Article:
2008 UTEP Preview - Offense
CollegeFootballNews.com 2008 Preview - UTEP Miner Offense
Preview 2008 - Offense
2008 UTEP Preview |
2008 UTEP Offense
2008 UTEP Defense |
2008 UTEP Depth
2007 UTEP Preview |
2006 CFN UTEP Preview
What you need to know:
Vittatoe had a sensational freshman debut for the Miners,
throwing 25 touchdown passes and emerging as the new face of the
program. His favorite target Jeff Moturi was equally impressive
in his first significant action, catching 65 passes for 891
yards and 13 touchdowns. With a year of experience behind them,
they’re poised to become the most prolific pitch-and-catch combo
in Conference USA. When UTEP runs the ball, it’ll likely go to
the left side, where T Mike Aguayo, G Cameron Raschke, and C
Robby Felix are returning starters. As long as the line does its
job, Terrell Jackson and Donald Buckram are a pair of shifty
backs capable of igniting the running attack.
Passing: Trevor Vittatoe
224-407, 3,101 yds, 25 TD, 7 INT
Rushing: Terrell Jackson
396 carries, 202 yds, 1 TD
Receiving: Jeff Moturi
65 catches, 891 yds, 13 TD
of the offense:
Sophomore QB Trevor Vittatoe
Player who has to step up and become a star: Junior RT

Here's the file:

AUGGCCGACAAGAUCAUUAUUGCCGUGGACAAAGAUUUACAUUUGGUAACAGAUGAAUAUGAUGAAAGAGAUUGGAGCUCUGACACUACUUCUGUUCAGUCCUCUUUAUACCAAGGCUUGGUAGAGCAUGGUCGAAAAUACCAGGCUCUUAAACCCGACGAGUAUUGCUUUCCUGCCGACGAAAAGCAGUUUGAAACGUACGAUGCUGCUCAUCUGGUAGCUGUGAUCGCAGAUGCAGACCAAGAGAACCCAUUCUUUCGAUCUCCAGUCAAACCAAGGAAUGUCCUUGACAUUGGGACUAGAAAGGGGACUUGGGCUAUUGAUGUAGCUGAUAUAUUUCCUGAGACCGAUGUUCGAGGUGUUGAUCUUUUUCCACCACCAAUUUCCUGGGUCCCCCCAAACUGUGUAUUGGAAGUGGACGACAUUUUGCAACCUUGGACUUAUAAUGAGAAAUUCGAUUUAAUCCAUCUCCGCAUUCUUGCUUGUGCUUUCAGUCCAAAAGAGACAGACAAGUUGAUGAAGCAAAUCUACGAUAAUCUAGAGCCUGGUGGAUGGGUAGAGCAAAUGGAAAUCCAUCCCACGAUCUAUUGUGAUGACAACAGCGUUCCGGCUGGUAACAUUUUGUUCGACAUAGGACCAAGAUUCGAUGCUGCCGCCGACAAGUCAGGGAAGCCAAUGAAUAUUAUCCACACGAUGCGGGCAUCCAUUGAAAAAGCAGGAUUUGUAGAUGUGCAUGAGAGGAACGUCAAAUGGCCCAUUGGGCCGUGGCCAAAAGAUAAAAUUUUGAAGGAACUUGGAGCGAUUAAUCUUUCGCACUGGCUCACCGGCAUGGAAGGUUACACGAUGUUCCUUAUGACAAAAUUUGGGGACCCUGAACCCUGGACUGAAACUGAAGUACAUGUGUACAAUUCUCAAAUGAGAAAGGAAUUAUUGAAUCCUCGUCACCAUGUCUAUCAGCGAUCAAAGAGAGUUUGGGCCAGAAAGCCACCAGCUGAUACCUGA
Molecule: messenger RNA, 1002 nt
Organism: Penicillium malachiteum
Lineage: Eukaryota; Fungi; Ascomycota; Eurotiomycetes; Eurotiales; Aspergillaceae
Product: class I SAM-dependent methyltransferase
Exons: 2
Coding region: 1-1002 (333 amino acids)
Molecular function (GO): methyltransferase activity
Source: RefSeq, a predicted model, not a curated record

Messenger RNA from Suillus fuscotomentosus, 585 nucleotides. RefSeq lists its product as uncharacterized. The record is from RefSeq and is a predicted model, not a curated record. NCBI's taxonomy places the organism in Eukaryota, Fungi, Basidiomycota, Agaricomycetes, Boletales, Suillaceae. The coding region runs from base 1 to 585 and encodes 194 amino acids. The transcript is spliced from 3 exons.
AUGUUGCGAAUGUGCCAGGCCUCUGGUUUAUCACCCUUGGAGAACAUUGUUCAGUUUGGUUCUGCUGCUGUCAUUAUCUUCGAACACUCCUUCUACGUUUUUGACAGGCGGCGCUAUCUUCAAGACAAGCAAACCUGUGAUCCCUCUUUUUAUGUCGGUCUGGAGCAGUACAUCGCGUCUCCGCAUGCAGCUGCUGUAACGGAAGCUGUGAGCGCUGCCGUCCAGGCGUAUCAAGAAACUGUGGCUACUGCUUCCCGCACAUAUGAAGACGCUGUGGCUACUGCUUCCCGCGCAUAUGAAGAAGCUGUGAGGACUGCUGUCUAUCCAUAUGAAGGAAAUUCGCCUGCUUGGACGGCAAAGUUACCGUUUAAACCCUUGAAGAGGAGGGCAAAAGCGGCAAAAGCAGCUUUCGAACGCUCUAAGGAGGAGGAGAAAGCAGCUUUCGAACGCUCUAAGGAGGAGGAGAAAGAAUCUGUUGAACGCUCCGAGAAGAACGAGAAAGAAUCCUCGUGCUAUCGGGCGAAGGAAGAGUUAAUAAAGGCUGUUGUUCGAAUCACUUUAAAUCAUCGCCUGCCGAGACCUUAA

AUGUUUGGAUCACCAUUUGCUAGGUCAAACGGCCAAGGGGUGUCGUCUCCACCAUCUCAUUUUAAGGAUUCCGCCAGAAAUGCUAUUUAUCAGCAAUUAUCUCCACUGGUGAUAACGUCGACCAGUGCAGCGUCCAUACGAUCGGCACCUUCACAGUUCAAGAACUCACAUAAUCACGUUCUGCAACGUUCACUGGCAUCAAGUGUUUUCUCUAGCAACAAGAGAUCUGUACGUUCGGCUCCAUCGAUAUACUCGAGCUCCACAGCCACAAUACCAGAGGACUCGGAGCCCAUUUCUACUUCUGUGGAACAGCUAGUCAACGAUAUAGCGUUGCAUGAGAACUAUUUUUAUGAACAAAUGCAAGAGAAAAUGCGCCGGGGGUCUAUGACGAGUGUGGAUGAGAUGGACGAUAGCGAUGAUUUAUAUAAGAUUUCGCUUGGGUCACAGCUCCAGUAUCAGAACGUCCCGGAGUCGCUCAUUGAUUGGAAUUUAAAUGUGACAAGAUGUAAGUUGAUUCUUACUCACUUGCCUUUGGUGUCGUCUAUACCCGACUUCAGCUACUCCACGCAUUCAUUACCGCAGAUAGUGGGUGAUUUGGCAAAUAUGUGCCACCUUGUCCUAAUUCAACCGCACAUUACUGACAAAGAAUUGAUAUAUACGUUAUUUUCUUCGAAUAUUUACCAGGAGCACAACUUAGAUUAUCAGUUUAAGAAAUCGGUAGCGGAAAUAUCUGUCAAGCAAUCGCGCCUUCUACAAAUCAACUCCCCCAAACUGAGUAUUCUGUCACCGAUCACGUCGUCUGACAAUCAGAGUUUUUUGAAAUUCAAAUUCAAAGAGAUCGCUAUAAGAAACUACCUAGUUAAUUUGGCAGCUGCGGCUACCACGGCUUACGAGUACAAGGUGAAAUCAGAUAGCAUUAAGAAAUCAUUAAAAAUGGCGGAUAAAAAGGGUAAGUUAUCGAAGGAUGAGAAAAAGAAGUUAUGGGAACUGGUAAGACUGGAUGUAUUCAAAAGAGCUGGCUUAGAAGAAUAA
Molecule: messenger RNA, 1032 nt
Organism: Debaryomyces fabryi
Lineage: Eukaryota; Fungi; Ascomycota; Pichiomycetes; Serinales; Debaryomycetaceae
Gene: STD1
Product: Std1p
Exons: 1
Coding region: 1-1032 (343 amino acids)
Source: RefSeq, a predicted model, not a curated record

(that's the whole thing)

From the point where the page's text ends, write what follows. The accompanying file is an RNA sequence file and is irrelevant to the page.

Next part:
Unsung star on the rise: Sophomore RB Donald
Best pro prospect: Senior C Robby Felix
Top three all-star candidates: 1) Junior WR Jeff
Moturi, 2) Felix, 3) Vittatoe
Strength of the offense: The passing attack, left
side of the line
Weakness of the offense: Proven depth at wide receiver,
right side of the line
Projected Starter: No freshman in the country was
more prolific last year than Oklahoma’s Sam Bradford. His
closest competition was UTEP’s Trevor Vittatoe, who
buried the memory of Jordan Palmer, going 224-of-407 for 3,101
yards, 25 touchdowns, and seven interceptions. Always under
control and mature beyond his years, he was more than just a
stat-compiler, playing clutch late in tight games. While not a
flame-thrower at 6-2 and 215 pounds, he has good touch on his
passes and puts the ball where only the receiver can catch it.
Barring an unforeseen setback, this is the sophomore’s team for
the next three seasons.
Projected Top Reserves: Vittatoe’s backup will be
6-1, 195-pound junior Kyle Wright, a former walk-on with
three years of experience in the system. No threat to the
starting job, he made a cameo in the rout of Texas Southern and
will be used as a holder and only in the event of an emergency.
For a change-of-pace, the Miners can turn to 5-11, 185-pound
sophomore James Thomas, easily the most athletic of the
quarterbacks. He’s elusive in space and gets to top gear in a
hurry, prompting coaches to also use him at wide receiver and
wherever he can get the ball in his hands.
Watch Out For… Thomas to be used the way Lorne Sam
was the last few years, running the zone draw more than he drops
back to pass. He’s too athletic to be buried on the depth chart
and kept on the sidelines.
Strength: Vittatoe. The program has a luxury
behind center, a young and confident leader it can build around
for the next three years. In this passer-friendly offense, he’ll